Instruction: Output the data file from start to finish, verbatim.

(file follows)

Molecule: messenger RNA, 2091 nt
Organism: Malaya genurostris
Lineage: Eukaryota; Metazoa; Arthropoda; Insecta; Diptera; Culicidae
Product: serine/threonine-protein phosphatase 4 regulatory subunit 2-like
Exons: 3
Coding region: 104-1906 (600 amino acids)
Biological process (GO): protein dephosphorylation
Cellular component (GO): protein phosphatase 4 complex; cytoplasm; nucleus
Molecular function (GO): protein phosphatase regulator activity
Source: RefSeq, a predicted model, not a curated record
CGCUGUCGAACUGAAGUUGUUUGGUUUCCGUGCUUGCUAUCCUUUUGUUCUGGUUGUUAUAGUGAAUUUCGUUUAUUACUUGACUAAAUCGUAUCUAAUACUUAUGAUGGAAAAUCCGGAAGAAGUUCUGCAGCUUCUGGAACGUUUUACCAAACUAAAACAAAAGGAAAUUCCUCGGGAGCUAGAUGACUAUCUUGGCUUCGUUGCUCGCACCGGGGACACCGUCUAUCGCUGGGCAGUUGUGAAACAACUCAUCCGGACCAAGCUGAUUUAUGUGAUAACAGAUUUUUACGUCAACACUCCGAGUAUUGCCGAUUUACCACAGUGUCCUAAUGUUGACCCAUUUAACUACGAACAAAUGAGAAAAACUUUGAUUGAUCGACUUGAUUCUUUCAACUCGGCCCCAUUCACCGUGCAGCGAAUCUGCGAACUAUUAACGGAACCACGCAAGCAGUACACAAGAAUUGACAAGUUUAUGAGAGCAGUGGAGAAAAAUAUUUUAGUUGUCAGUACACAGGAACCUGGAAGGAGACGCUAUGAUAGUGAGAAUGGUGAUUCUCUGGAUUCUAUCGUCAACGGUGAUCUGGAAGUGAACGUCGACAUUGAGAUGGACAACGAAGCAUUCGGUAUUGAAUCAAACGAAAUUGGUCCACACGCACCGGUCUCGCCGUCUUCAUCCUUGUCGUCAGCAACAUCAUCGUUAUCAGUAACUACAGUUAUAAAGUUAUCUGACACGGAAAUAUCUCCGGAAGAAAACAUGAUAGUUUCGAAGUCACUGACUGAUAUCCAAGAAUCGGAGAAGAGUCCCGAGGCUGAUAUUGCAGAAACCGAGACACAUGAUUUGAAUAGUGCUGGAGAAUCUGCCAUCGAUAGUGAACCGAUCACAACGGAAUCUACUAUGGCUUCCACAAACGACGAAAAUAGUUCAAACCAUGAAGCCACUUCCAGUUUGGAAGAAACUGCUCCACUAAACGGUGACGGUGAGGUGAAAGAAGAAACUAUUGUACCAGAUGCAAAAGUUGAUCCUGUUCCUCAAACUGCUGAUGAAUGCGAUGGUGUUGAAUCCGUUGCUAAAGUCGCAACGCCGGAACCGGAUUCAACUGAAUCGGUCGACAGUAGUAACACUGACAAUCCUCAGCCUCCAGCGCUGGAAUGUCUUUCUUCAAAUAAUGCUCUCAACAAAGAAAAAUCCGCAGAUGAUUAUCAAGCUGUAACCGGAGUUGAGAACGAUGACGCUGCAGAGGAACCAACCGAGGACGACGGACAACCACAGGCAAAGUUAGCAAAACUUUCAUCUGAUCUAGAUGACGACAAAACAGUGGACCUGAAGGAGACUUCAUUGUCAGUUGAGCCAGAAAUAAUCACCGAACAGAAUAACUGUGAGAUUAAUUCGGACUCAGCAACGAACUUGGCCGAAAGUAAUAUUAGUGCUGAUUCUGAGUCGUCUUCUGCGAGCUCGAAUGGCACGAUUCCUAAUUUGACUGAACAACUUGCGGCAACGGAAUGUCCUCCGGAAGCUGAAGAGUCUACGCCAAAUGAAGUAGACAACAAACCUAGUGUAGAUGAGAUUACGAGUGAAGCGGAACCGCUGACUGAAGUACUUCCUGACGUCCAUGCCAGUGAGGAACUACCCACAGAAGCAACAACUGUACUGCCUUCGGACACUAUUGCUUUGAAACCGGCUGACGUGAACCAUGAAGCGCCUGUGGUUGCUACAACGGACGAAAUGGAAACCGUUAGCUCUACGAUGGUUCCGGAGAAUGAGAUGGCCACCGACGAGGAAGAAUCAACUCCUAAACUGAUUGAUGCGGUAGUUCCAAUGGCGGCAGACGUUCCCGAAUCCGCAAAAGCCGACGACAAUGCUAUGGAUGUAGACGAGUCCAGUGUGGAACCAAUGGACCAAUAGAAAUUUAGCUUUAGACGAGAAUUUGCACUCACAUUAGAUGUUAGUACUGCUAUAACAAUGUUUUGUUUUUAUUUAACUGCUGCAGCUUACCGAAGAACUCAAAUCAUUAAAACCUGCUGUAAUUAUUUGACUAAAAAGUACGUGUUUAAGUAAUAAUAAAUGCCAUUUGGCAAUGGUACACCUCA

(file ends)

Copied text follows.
Molecule: messenger RNA, 2091 nt
Organism: Malaya genurostris
Lineage: Eukaryota; Metazoa; Arthropoda; Insecta; Diptera; Culicidae
Product: serine/threonine-protein phosphatase 4 regulatory subunit 2-like
Exons: 3
Coding region: 104-1906 (600 amino acids)
Biological process (GO): protein dephosphorylation
Cellular component (GO): protein phosphatase 4 complex; cytoplasm; nucleus
Molecular function (GO): protein phosphatase regulator activity
Source: RefSeq, a predicted model, not a curated record
CGCUGUCGAACUGAAGUUGUUUGGUUUCCGUGCUUGCUAUCCUUUUGUUCUGGUUGUUAUAGUGAAUUUCGUUUAUUACUUGACUAAAUCGUAUCUAAUACUUAUGAUGGAAAAUCCGGAAGAAGUUCUGCAGCUUCUGGAACGUUUUACCAAACUAAAACAAAAGGAAAUUCCUCGGGAGCUAGAUGACUAUCUUGGCUUCGUUGCUCGCACCGGGGACACCGUCUAUCGCUGGGCAGUUGUGAAACAACUCAUCCGGACCAAGCUGAUUUAUGUGAUAACAGAUUUUUACGUCAACACUCCGAGUAUUGCCGAUUUACCACAGUGUCCUAAUGUUGACCCAUUUAACUACGAACAAAUGAGAAAAACUUUGAUUGAUCGACUUGAUUCUUUCAACUCGGCCCCAUUCACCGUGCAGCGAAUCUGCGAACUAUUAACGGAACCACGCAAGCAGUACACAAGAAUUGACAAGUUUAUGAGAGCAGUGGAGAAAAAUAUUUUAGUUGUCAGUACACAGGAACCUGGAAGGAGACGCUAUGAUAGUGAGAAUGGUGAUUCUCUGGAUUCUAUCGUCAACGGUGAUCUGGAAGUGAACGUCGACAUUGAGAUGGACAACGAAGCAUUCGGUAUUGAAUCAAACGAAAUUGGUCCACACGCACCGGUCUCGCCGUCUUCAUCCUUGUCGUCAGCAACAUCAUCGUUAUCAGUAACUACAGUUAUAAAGUUAUCUGACACGGAAAUAUCUCCGGAAGAAAACAUGAUAGUUUCGAAGUCACUGACUGAUAUCCAAGAAUCGGAGAAGAGUCCCGAGGCUGAUAUUGCAGAAACCGAGACACAUGAUUUGAAUAGUGCUGGAGAAUCUGCCAUCGAUAGUGAACCGAUCACAACGGAAUCUACUAUGGCUUCCACAAACGACGAAAAUAGUUCAAACCAUGAAGCCACUUCCAGUUUGGAAGAAACUGCUCCACUAAACGGUGACGGUGAGGUGAAAGAAGAAACUAUUGUACCAGAUGCAAAAGUUGAUCCUGUUCCUCAAACUGCUGAUGAAUGCGAUGGUGUUGAAUCCGUUGCUAAAGUCGCAACGCCGGAACCGGAUUCAACUGAAUCGGUCGACAGUAGUAACACUGACAAUCCUCAGCCUCCAGCGCUGGAAUGUCUUUCUUCAAAUAAUGCUCUCAACAAAGAAAAAUCCGCAGAUGAUUAUCAAGCUGUAACCGGAGUUGAGAACGAUGACGCUGCAGAGGAACCAACCGAGGACGACGGACAACCACAGGCAAAGUUAGCAAAACUUUCAUCUGAUCUAGAUGACGACAAAACAGUGGACCUGAAGGAGACUUCAUUGUCAGUUGAGCCAGAAAUAAUCACCGAACAGAAUAACUGUGAGAUUAAUUCGGACUCAGCAACGAACUUGGCCGAAAGUAAUAUUAGUGCUGAUUCUGAGUCGUCUUCUGCGAGCUCGAAUGGCACGAUUCCUAAUUUGACUGAACAACUUGCGGCAACGGAAUGUCCUCCGGAAGCUGAAGAGUCUACGCCAAAUGAAGUAGACAACAAACCUAGUGUAGAUGAGAUUACGAGUGAAGCGGAACCGCUGACUGAAGUACUUCCUGACGUCCAUGCCAGUGAGGAACUACCCACAGAAGCAACAACUGUACUGCCUUCGGACACUAUUGCUUUGAAACCGGCUGACGUGAACCAUGAAGCGCCUGUGGUUGCUACAACGGACGAAAUGGAAACCGUUAGCUCUACGAUGGUUCCGGAGAAUGAGAUGGCCACCGACGAGGAAGAAUCAACUCCUAAACUGAUUGAUGCGGUAGUUCCAAUGGCGGCAGACGUUCCCGAAUCCGCAAAAGCCGACGACAAUGCUAUGGAUGUAGACGAGUCCAGUGUGGAACCAAUGGACCAAUAGAAAUUUAGCUUUAGACGAGAAUUUGCACUCACAUUAGAUGUUAGUACUGCUAUAACAAUGUUUUGUUUUUAUUUAACUGCUGCAGCUUACCGAAGAACUCAAAUCAUUAAAACCUGCUGUAAUUAUUUGACUAAAAAGUACGUGUUUAAGUAAUAAUAAAUGCCAUUUGGCAAUGGUACACCUCA